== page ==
The clinical significance of positive blood cultures in the 1990s: a prospective comprehensive evaluation of the microbiology, epidemiology, and outcome of bacteremia and fungemia in adults.
To assess changes since the mid-1970s, we reviewed 843 episodes of positive blood cultures in 707 patients with septicemia. The five most common pathogens were Staphylococcus aureus, Escherichia coli, coagulase-negative staphylococci (CNS), Klebsiella pneumoniae, and Enterococcus species. Although CNS were isolated most often, only 12.4% were clinically significant. Half of all episodes were nosocomial, and a quarter had no recognized source. Leading identifiable sources included intravenous catheters, the respiratory and genitourinary tracts, and intraabdominal foci. Septicemia-associated mortality was 17.5%. Patients who received appropriate antimicrobial therapy throughout the course of infection had the lowest mortality (13.3%). Multivariate analysis showed that age (relative risk [RR], 1.80), microorganism (RR, 2.27), source of infection (RR, 2.86), predisposing factors (RR, 1.98), blood pressure (RR, 2.29), body temperature (RR, 2.04), and therapy (RR, 2.72) independently influenced outcome. Bloodstream infections in the 1990s are notable for the increased importance of CNS as both contaminants and pathogens, the proportionate increase in fungi and decrease in anaerobes as pathogens, the emergence of Mycobacterium avium complex as an important cause of bacteremia in patients with advanced human immunodeficiency virus infection, and the reduction in mortality associated with infection.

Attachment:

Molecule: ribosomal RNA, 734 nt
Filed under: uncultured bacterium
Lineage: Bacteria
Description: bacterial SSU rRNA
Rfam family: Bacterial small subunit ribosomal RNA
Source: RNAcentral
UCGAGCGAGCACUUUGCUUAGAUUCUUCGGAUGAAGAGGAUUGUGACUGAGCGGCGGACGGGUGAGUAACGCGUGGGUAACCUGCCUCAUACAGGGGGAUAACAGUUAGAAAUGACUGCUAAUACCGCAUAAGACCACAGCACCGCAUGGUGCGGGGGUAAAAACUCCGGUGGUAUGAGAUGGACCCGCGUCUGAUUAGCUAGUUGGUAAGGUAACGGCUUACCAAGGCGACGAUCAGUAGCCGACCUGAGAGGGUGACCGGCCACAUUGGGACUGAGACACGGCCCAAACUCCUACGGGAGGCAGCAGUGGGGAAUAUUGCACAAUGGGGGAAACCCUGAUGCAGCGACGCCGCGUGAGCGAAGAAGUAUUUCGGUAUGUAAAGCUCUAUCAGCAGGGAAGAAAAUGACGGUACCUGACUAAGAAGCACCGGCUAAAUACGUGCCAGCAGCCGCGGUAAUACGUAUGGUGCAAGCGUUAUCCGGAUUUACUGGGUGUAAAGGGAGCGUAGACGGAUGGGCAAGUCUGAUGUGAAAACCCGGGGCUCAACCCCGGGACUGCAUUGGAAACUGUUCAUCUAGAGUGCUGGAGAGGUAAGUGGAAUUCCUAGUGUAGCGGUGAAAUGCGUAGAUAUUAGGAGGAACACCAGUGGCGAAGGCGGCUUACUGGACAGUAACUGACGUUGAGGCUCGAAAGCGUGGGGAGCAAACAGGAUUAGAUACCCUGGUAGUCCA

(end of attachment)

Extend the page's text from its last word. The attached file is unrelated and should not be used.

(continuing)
Weinstein, MP; Towns, ML; Quartey, SM; Mirrett, S; Reimer, LG; Parmigiani, G; Reller, LB
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